“Right Here” is a lyrical showcase by Pharoahe Monch, underpinning his relentless quest to establish Queens–his home turf–on the hip-hop map. In this song, Monch leverages his signature style of punchy, clever lyricism spiced with raw realities derived from his Queens roots.
The song kicks off with a call and response intro, repping various New York boroughs before honing in on Queens. Monch shouts out Uptown, The Bronx, Long Isle (Long Island), Stridong (Strong Island), and Brooklyn, before repeatedly questioning, “where the fuck is Queens?” He answers his own question emphatically, highlighting Queens’ integral place in the NYC hip-hop landscape.
In the first verse, Monch lays down an edgy metaphor of facing off, using wordplay alluding to hockey games, the movie ‘Face Off,’ and car radios embodying the mind of Minolta–a riff on the competition and bravado inherent in the rap game. The line “Face off like Treach if you’re fuckin’ with Vin Rock” is a reference to the tension between members of the hip-hop group Naughty by Nature. He also emphasizes his love for his people as he takes them along on his journey to success, advising them not to “act sane on a record or rap plain”.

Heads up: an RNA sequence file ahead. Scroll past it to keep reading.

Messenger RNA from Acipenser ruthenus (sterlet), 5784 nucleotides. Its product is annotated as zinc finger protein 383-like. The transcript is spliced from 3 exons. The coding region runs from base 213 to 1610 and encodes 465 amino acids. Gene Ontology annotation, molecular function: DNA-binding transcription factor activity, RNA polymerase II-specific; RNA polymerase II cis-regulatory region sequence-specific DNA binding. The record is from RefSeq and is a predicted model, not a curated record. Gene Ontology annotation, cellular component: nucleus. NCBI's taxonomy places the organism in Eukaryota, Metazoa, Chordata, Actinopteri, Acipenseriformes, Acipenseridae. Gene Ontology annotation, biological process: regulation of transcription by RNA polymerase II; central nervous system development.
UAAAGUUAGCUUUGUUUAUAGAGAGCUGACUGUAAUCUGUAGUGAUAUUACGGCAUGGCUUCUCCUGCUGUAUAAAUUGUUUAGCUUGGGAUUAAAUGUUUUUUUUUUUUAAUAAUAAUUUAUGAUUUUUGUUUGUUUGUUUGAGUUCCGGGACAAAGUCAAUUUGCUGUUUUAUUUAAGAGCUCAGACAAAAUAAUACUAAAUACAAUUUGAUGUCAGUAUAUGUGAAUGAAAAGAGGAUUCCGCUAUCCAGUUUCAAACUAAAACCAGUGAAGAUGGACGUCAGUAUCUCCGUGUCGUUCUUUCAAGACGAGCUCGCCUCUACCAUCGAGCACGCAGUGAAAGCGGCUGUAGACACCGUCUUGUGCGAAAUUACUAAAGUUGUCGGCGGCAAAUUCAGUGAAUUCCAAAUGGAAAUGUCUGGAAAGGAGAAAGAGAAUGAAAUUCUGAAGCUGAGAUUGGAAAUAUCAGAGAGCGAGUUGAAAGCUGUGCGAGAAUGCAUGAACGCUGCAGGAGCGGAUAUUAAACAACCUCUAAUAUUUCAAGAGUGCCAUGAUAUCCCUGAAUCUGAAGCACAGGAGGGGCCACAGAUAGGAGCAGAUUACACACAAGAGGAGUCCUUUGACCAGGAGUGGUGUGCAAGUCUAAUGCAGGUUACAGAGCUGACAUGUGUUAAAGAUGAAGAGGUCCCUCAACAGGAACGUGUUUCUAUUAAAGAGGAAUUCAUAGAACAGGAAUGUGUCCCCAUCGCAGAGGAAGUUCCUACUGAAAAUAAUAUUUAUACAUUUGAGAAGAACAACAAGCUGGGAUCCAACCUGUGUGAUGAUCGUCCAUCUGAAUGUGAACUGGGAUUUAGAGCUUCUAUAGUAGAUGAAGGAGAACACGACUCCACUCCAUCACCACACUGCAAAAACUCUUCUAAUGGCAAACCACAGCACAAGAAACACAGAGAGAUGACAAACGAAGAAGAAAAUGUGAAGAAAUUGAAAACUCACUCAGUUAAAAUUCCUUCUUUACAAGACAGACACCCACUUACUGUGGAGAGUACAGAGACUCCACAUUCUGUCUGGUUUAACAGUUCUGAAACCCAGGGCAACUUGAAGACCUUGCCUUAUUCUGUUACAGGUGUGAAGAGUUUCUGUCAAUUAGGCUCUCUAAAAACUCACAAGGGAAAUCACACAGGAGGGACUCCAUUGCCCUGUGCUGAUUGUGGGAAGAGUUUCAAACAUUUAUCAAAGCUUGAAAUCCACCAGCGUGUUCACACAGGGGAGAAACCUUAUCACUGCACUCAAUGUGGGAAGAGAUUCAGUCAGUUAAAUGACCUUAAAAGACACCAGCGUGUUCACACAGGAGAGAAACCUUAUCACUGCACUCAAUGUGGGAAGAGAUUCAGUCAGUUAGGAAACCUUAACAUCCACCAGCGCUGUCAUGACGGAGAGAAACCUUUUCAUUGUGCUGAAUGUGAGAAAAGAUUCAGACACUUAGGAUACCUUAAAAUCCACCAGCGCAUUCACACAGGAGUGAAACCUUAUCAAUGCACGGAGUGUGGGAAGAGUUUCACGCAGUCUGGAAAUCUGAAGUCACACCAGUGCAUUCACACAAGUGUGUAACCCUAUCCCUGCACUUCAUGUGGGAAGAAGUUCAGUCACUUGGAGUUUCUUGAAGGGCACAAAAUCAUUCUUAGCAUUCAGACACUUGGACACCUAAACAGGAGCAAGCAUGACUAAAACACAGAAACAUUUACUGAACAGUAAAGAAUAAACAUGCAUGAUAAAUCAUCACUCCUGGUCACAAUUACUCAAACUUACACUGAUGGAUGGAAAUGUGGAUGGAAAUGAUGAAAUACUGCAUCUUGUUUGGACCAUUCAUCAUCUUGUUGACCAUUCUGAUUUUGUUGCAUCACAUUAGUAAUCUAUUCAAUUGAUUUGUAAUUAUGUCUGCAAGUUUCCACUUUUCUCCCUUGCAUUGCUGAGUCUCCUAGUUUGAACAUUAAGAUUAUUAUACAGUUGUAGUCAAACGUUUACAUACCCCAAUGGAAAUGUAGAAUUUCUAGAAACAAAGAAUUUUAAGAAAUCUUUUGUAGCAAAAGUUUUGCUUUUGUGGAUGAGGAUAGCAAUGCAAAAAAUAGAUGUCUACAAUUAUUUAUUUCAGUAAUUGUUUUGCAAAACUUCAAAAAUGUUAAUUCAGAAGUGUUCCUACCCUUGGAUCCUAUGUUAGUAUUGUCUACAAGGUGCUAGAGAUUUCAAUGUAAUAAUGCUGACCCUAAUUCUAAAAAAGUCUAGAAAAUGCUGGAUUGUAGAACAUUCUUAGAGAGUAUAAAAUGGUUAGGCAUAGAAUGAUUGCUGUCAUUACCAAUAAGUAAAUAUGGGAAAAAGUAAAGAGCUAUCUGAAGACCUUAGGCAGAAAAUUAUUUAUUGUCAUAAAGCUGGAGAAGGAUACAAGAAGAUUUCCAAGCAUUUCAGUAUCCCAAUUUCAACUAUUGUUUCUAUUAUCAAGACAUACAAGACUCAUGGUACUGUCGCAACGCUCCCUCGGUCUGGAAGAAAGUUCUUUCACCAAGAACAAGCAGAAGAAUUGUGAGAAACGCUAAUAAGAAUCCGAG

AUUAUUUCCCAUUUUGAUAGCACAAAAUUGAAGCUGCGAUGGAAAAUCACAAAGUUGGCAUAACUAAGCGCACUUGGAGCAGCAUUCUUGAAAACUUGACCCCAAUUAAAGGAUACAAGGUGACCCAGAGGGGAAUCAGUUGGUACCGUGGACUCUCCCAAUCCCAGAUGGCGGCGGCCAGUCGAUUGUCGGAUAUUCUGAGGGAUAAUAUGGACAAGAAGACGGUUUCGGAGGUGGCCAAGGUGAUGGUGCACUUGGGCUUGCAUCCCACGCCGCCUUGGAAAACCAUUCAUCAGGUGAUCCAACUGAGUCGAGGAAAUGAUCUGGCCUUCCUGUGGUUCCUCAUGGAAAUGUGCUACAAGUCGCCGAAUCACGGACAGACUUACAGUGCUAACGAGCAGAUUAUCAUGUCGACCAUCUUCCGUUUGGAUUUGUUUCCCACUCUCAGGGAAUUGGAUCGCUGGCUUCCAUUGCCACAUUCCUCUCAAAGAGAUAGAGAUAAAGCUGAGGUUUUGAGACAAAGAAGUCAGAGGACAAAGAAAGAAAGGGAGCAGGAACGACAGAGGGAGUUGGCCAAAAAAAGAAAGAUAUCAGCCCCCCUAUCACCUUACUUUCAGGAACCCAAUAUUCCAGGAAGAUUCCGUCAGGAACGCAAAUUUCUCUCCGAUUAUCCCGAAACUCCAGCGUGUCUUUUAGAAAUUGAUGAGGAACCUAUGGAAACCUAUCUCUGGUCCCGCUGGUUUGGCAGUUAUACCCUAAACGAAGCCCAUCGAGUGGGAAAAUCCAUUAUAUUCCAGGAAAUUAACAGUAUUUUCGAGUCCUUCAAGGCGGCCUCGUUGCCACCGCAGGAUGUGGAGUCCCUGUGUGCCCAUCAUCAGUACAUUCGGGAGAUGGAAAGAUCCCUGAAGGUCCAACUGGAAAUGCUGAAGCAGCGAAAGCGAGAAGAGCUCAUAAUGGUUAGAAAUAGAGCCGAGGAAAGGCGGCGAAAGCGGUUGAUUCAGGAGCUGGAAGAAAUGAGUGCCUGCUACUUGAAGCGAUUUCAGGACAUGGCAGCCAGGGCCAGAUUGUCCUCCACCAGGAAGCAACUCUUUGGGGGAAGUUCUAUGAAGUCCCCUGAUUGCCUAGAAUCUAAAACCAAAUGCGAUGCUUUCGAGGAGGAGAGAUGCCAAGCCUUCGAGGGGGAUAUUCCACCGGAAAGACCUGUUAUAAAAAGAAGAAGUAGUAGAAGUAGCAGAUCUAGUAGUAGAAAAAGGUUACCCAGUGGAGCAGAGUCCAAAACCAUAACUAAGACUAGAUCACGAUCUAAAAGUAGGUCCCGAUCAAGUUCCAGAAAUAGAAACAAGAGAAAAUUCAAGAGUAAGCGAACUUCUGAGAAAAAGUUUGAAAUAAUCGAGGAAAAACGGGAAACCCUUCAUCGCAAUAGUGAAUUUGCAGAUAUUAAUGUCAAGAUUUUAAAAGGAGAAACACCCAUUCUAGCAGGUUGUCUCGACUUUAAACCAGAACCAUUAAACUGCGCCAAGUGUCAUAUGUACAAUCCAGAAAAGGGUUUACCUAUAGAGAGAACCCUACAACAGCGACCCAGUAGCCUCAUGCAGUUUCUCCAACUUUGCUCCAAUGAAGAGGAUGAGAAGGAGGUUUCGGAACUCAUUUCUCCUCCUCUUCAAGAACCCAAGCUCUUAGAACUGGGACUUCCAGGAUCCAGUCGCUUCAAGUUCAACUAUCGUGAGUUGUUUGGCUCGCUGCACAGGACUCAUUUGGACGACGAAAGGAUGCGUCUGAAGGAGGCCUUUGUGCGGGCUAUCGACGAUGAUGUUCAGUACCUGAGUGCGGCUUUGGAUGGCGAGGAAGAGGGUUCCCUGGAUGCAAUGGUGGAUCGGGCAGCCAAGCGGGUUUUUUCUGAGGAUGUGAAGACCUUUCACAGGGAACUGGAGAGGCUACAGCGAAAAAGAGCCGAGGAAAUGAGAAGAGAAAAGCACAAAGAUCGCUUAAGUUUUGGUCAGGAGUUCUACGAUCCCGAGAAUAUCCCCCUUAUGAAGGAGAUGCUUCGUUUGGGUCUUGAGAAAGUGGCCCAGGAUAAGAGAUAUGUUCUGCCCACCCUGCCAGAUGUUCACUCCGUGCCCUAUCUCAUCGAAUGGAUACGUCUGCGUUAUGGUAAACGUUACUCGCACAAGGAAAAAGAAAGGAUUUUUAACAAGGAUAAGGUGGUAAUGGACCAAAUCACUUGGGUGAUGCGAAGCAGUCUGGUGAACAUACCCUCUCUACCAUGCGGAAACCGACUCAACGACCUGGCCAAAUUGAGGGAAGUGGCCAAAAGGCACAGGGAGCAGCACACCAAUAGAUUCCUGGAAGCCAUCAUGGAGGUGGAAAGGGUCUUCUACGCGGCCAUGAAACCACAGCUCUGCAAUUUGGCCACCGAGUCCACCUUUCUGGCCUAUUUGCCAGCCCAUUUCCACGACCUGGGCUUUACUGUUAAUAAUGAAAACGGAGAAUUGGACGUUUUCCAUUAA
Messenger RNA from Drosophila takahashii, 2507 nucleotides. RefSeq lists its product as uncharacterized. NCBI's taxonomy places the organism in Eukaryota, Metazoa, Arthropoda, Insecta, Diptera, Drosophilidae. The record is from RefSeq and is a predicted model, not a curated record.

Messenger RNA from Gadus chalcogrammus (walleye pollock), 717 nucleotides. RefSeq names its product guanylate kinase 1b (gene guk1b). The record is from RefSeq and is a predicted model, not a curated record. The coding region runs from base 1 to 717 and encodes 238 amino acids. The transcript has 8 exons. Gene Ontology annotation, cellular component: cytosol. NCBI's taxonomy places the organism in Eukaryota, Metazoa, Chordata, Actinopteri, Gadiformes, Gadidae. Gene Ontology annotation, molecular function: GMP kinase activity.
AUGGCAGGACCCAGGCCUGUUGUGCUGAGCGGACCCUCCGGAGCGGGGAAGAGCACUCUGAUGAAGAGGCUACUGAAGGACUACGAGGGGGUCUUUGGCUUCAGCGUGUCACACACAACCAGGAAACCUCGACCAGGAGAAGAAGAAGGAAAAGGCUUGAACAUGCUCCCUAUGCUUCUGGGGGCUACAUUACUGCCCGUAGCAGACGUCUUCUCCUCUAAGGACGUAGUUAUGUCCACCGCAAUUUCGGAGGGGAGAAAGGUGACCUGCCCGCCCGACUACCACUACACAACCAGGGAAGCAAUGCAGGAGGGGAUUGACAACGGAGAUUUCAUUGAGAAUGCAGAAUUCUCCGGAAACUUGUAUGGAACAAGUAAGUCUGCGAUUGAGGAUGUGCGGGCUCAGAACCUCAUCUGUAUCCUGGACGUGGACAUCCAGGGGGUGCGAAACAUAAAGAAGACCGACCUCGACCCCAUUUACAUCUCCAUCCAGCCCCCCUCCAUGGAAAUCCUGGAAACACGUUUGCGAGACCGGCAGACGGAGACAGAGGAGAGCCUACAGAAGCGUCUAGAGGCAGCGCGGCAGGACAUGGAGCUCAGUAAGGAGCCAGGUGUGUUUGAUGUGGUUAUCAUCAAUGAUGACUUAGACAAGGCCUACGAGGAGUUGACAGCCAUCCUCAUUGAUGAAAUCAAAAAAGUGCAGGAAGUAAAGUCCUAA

Monch’s chorus is simple but powerful. “RAW – if you want it / RAW – yea we got it indeed / Yo actually I’m just tryin’ to eat” – here, Monch is talking about the raw, unpolished nature of his music, and how it’s merely a means to an end – to make a living or ‘eat’ as slang would dictate.
The second verse is a lyrical onslaught with Monch issuing a warning to his competitors in the game. Monch’s wordplay is stellar here, with lines such as, “Basically y’all could get eight twice like Lynn Swann plus get ate like pussy” where he mixes sports references (Lynn Swann, an NFL player who wore the number 88) with double entendre and street vernacular to deliver a clever play on words. He then cleverly introduces a series of horrific imagery to underscore his ruthlessness in the rap game. The line “Have niggaz runnin’ like the Blair Witch Project” adds a touch of pop culture reference to his arsenal, painting a vivid picture of his dominance.
Overall, Monch’s “Right Here” is an aggressive and audacious exhibition of his lyrical prowess, while emphasizing his love and pride for the place he calls home, Queens. The song pays homage to his borough, his roots, and the influences that have shaped his emcee style, further solidifying his place in the pantheon of hip-hop’s elite. An unapologetic lyrical masterpiece that embodies the pulse and rawness of east coast rap.